CinemaCon: Clint Eastwood on why ‘American Sniper’ was so big
Clint Eastwood’s “American Sniper” grossed more at the domestic box office than any other film released last year — nearly $350 million.
Hollywood was stunned by the success of the film, given that it was an adult-oriented, R-rated war drama and not a superhero tent pole. But its 84-year-old director wasn’t surprised that the film so deeply touched Americans: He saw the response as a sign that the country is looking to connect with the human side of war.
“There’s been a lot of news in this last year about the wars in Afghanistan and Iraq, and everybody has opinions on it, but nobody has really thought about it from the point of view of the people that go there,” said Eastwood. “It opens a lot of questions that are fun to broach.”
Eastwood was at CinemaCon in Las Vegas this week to receive Fandango’s Fan Choice Award and sat down for an interview in front of theater owners on Wednesday to celebrate the honor. As is typically the case in such Q&A sessions, Eastwood was asked to reflect on his early days in Hollywood, sharing the first film that had an effect on him (“Sergeant York”) and his directorial influences (Sergio Leone and Don Siegel). Asked why he decided to make the jump from acting to directing, Eastwood said it had to do with “natural curiosity” and “absolute control.”
“After a while you think, ‘Yeah, I’d like to do this,’” he said. “‘Someday you’re going to look up on the screen, Eastwood, and see a guy you don’t want to see anymore. Then you can direct.’”
On set, he said, he likes to stay out of the way as actors work — and he doesn’t like being bothered by people.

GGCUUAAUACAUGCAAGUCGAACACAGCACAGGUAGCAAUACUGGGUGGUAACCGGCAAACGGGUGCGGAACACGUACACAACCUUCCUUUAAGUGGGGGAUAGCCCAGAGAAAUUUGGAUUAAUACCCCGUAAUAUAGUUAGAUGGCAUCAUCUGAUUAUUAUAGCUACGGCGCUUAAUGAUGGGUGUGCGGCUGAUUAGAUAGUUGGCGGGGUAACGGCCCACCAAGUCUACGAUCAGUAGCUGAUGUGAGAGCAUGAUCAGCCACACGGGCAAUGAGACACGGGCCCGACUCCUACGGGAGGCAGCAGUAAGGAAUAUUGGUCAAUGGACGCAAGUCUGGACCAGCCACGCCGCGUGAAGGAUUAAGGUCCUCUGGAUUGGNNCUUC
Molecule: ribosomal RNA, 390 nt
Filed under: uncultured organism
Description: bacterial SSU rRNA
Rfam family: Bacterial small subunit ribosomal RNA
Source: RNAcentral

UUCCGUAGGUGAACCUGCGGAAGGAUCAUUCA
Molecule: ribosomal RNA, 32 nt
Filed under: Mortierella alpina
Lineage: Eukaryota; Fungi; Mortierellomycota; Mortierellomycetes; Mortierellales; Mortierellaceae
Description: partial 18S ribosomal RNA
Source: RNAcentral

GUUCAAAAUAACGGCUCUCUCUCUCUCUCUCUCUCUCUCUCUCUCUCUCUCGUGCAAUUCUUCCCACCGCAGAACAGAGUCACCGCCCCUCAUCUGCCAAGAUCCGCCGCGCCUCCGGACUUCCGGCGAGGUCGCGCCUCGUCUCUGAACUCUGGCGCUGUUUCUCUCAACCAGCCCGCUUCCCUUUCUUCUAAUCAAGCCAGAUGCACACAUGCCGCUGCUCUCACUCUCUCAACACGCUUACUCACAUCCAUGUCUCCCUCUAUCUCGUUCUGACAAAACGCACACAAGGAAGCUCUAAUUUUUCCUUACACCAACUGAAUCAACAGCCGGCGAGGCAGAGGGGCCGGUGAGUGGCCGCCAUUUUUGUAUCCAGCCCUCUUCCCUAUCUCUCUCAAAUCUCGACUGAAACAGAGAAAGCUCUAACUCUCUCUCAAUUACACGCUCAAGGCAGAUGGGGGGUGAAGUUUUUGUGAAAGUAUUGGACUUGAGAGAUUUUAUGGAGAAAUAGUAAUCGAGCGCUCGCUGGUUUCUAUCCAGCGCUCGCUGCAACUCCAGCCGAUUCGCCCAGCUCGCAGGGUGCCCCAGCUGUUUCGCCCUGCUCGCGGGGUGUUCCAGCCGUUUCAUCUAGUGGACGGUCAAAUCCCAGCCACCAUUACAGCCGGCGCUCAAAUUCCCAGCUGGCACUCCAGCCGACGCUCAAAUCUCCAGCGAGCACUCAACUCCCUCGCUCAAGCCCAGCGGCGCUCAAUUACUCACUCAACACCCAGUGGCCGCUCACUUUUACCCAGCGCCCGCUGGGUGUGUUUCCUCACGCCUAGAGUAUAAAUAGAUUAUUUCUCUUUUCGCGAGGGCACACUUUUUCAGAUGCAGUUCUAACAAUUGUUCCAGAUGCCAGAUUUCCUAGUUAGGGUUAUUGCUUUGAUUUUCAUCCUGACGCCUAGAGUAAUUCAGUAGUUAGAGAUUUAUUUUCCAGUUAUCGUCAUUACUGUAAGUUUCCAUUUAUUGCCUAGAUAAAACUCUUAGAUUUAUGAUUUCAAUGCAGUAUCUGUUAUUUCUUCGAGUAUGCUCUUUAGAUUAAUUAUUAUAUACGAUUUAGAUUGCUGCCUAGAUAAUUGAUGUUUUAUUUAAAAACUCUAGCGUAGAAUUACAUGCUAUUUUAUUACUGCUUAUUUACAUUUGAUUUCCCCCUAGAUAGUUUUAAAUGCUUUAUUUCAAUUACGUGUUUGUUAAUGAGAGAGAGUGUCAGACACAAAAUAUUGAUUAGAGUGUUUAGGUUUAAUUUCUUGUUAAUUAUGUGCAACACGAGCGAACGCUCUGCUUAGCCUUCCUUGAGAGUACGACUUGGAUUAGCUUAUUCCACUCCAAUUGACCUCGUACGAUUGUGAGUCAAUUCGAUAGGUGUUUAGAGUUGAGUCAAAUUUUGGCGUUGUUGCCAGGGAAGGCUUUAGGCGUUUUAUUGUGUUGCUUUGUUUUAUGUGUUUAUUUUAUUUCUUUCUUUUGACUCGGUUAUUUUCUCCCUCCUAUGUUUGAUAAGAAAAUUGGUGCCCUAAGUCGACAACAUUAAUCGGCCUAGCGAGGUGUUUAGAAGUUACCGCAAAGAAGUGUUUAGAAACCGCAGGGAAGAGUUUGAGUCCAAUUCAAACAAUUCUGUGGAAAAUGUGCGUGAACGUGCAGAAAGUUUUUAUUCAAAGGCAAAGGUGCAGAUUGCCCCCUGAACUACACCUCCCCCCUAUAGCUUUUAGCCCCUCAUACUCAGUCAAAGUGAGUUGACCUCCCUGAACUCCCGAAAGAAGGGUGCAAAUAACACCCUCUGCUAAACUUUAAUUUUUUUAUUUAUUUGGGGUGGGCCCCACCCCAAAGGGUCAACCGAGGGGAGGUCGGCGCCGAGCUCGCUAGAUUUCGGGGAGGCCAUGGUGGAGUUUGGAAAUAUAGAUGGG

“You answer about 400 questions a day, and, after a while, you kind of don’t know what you’re thinking,” he said. It’s very annoying when people ask you the same thing twice, so you start rationing out what you’re going to talk about.”
Eastwood took over the directing reins on “American Sniper” from Steven Spielberg, who was forced to drop out of the project due to a scheduling conflict.
“I did call him and say, ‘I’m taking your leftovers,’” Eastwood said. “He said, ‘No, no, it’ll be great.’ ... He was very supportive of me doing it.”
Eastwood went on to credit the success of the film partly to Warner Bros.’ marketing team and also to those who publicly maligned it, including Michael Moore. (The “Fahrenheit 9/11” director said that snipers were “cowards” and said the movie owed its ticket sales to the “‘Passion of the Christ’ crowd.”)
“That’s his opinion. Everybody keeps saying I threatened to kill Michael Moore. That’s not true,” Eastwood said, taking a long pause. “It isn’t a bad idea.”
As for his plans in Sin City tonight, Eastwood likely won’t be hitting the slots. He already has plans to see his son Scott’s big acting debut in “The Longest Ride,” the Nicholas Sparks adaptation that hit theaters April 10.
“I’ll see if he’s a chip off the old block,” the elder Eastwood said. “I’ll probably not try to say too much [to him about his performance] one way or the other. He seems to be doing fine without me. I’ve seen him with a couple of the dates he’s had recently, and he’s doing much better than me.”
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